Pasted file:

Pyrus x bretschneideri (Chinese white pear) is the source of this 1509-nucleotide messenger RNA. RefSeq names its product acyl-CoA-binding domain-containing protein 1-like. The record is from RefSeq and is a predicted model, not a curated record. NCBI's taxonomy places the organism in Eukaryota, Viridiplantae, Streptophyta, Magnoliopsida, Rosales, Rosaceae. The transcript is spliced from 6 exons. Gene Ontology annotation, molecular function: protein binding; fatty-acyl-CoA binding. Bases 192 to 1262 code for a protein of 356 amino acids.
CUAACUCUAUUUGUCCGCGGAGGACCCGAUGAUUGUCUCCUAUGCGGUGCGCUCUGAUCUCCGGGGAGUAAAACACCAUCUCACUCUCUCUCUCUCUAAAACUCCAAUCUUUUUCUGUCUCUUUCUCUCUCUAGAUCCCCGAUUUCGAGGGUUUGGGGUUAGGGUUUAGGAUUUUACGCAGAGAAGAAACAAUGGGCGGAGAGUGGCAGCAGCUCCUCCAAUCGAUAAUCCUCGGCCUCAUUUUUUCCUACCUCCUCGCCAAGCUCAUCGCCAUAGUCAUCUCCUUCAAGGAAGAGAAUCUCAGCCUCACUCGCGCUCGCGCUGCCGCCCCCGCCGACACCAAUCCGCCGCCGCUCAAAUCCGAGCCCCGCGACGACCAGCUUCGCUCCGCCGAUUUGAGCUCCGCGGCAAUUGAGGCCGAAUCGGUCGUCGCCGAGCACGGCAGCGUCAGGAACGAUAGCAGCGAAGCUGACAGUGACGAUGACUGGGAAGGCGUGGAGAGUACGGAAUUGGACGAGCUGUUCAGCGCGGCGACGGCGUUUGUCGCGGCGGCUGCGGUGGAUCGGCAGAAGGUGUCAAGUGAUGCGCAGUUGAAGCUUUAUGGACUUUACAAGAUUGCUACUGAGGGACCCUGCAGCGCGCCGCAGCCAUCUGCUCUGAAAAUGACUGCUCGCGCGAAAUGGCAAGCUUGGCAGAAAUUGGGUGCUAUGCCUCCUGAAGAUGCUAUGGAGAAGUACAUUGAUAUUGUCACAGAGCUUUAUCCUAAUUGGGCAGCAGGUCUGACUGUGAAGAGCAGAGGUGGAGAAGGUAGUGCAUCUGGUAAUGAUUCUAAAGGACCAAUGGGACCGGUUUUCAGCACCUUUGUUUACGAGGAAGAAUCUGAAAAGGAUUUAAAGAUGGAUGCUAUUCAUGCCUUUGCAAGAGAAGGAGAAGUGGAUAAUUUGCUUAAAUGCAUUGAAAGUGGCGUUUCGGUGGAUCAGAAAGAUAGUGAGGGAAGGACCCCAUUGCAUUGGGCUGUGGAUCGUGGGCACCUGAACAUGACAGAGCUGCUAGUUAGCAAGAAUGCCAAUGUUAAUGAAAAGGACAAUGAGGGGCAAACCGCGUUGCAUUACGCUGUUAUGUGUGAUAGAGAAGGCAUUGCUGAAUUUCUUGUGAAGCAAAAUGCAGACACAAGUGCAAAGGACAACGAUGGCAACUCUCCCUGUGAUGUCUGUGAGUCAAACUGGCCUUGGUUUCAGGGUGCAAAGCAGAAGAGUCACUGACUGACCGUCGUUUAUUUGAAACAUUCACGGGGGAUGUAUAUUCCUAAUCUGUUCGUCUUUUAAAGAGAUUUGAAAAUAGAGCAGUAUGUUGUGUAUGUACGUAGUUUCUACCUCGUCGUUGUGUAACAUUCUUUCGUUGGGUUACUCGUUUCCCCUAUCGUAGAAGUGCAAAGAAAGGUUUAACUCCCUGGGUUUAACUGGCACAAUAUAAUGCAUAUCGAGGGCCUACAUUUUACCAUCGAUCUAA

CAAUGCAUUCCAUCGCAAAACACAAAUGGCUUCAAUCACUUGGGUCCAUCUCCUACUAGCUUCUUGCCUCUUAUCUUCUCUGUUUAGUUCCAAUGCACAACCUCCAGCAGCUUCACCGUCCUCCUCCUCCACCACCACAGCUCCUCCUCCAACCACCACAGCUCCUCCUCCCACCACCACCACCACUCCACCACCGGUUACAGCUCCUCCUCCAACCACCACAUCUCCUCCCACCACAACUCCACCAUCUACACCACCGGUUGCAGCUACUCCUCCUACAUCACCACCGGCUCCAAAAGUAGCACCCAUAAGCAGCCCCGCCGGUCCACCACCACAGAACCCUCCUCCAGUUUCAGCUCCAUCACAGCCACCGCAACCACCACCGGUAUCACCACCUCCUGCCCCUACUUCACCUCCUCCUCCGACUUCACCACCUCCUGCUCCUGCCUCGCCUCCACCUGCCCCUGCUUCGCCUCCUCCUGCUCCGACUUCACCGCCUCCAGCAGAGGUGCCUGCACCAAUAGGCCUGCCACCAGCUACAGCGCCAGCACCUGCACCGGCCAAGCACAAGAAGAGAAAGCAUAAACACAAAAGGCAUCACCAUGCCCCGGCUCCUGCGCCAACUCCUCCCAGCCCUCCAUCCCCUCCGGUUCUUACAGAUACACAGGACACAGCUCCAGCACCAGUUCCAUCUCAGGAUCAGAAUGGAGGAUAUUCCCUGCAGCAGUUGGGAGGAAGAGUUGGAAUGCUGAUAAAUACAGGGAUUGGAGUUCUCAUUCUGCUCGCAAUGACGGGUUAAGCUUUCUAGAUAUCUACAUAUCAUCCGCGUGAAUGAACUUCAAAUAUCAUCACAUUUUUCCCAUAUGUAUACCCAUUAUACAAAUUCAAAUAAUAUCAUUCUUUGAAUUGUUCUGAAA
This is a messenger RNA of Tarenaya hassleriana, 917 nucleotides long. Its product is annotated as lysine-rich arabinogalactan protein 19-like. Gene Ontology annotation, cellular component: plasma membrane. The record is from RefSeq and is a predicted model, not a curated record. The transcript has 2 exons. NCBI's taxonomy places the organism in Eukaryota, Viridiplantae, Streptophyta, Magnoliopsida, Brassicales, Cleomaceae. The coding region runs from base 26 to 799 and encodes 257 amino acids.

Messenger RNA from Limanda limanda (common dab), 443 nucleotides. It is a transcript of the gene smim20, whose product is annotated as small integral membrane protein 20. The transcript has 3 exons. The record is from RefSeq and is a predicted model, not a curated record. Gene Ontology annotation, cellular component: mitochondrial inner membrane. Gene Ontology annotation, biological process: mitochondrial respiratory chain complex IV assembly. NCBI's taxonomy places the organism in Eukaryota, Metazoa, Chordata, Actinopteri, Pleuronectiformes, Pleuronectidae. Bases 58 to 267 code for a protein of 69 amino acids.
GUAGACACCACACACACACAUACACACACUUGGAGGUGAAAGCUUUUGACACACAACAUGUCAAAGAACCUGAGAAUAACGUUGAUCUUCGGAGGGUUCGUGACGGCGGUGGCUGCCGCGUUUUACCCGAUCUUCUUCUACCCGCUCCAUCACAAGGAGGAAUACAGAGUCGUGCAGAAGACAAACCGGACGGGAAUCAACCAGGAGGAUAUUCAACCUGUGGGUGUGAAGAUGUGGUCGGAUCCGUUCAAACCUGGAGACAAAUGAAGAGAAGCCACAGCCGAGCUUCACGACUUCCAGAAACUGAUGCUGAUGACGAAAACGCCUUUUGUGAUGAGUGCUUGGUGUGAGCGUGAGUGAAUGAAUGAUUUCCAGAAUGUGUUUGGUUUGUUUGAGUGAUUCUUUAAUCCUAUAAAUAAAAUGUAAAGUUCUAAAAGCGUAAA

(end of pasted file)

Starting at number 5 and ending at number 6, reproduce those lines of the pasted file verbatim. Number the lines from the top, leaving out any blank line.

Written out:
Messenger RNA from Limanda limanda (common dab), 443 nucleotides. It is a transcript of the gene smim20, whose product is annotated as small integral membrane protein 20. The transcript has 3 exons. The record is from RefSeq and is a predicted model, not a curated record. Gene Ontology annotation, cellular component: mitochondrial inner membrane. Gene Ontology annotation, biological process: mitochondrial respiratory chain complex IV assembly. NCBI's taxonomy places the organism in Eukaryota, Metazoa, Chordata, Actinopteri, Pleuronectiformes, Pleuronectidae. Bases 58 to 267 code for a protein of 69 amino acids.
GUAGACACCACACACACACAUACACACACUUGGAGGUGAAAGCUUUUGACACACAACAUGUCAAAGAACCUGAGAAUAACGUUGAUCUUCGGAGGGUUCGUGACGGCGGUGGCUGCCGCGUUUUACCCGAUCUUCUUCUACCCGCUCCAUCACAAGGAGGAAUACAGAGUCGUGCAGAAGACAAACCGGACGGGAAUCAACCAGGAGGAUAUUCAACCUGUGGGUGUGAAGAUGUGGUCGGAUCCGUUCAAACCUGGAGACAAAUGAAGAGAAGCCACAGCCGAGCUUCACGACUUCCAGAAACUGAUGCUGAUGACGAAAACGCCUUUUGUGAUGAGUGCUUGGUGUGAGCGUGAGUGAAUGAAUGAUUUCCAGAAUGUGUUUGGUUUGUUUGAGUGAUUCUUUAAUCCUAUAAAUAAAAUGUAAAGUUCUAAAAGCGUAAA